307
It follows that the plea concerning the lack of commitments in relation to markets with serious competition problems is admissible, also in so far as it relates to the Spanish, British, Irish, Finnish and Norwegian markets.

2. Substance

308
First of all, in the contested decision the Commission found that the concentration raised serious doubts with regard to certain product markets in Portugal, Greece, Belgium, the Netherlands, Germany, Austria, Denmark, Sweden and Norway (paragraph 128 of the contested decision). Consequently the Commission required commitments in those countries.

309
Second, according to the contested decision, the Commission found that the geographical markets in question are national (paragraph 30) and took the view that each of the 13 product categories is a distinct market (paragraphs 17 to 25 of the contested decision). It follows that the competition situation must, at least initially, be examined in relation to each market separately, both in geographical terms and in terms of products. However, the exclusive licences for the Moulinex trade mark provided for by the commitments in each of those nine Member States still cover all 13 product markets, although serious doubts were expressed only in respect of one or two product markets. The Commission rightly found, in paragraph 141 of the contested decision, that the extension of the exclusive licence commitments to all small electrical household products and thus to products in respect of which the Commission has no serious doubts is necessary to ensure the efficiency and viability of the remedies provided for by the commitments, because the same mark cannot be held simultaneously on the same geographical market by two different undertakings.

310
It follows that the finding that the concentration raised serious doubts on a single product market of one country was sufficient to require a commitment for all the product markets of the country in question. Accordingly, paragraphs 113, 114 and 128 of the contested decision show that commitments were imposed in Sweden although the Commission considered that the concentration raised serious doubts only on the deep friers market in Sweden.

311
On the other hand, regarding the markets in Italy, Spain, the United Kingdom, Ireland and Finland, the Commission found that the concentration changes competition conditions only marginally and therefore it did not require commitments covering those countries.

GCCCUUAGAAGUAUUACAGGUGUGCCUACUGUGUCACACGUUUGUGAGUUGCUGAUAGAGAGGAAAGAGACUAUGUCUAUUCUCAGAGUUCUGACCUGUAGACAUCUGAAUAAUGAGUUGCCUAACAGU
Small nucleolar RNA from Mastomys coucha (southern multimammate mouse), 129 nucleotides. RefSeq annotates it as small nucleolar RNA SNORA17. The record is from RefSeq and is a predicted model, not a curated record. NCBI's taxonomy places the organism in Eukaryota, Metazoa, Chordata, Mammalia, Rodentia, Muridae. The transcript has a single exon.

312
The applicant contends, in essence, that serious competition problems arose on certain markets in Norway, Italy, Spain, the United Kingdom, Ireland and Finland and that, in conformity with the investigation of the competition situation which it had carried out in the Member States affected by the commitments, the Commission ought also to have imposed commitments concerning those markets.

313
In reply to the Court's written questions, the Commission explained that it had carried out its investigation taking account of four factors flowing from the identification of the competition conditions peculiar to the concentration in question, namely:

in which markets does the new entity have market shares of more than 40%;
in which markets does the new entity have market shares of more than 40%;

is there a significant overlap between the parties on the relevant product market;
is there a significant overlap between the parties on the relevant product market;

what is the position of the merged entity in relation to its competitors;
what is the position of the merged entity in relation to its competitors;

what is the size of the relevant product market by comparison with the total sales of the combined entity and, correspondingly, to what extent are distributors able to apply counter pressure ( the range effect)?
what is the size of the relevant product market by comparison with the total sales of the combined entity and, correspondingly, to what extent are distributors able to apply counter pressure ( the range effect)?

314
Before considering whether this four-stage examination serves to rule out any serious doubts in respect of each of the geographical markets for which it did not impose commitments, it is necessary to ascertain whether the Commission actually used such an examination in the decision in order to assess the effects of the concentration on the different markets.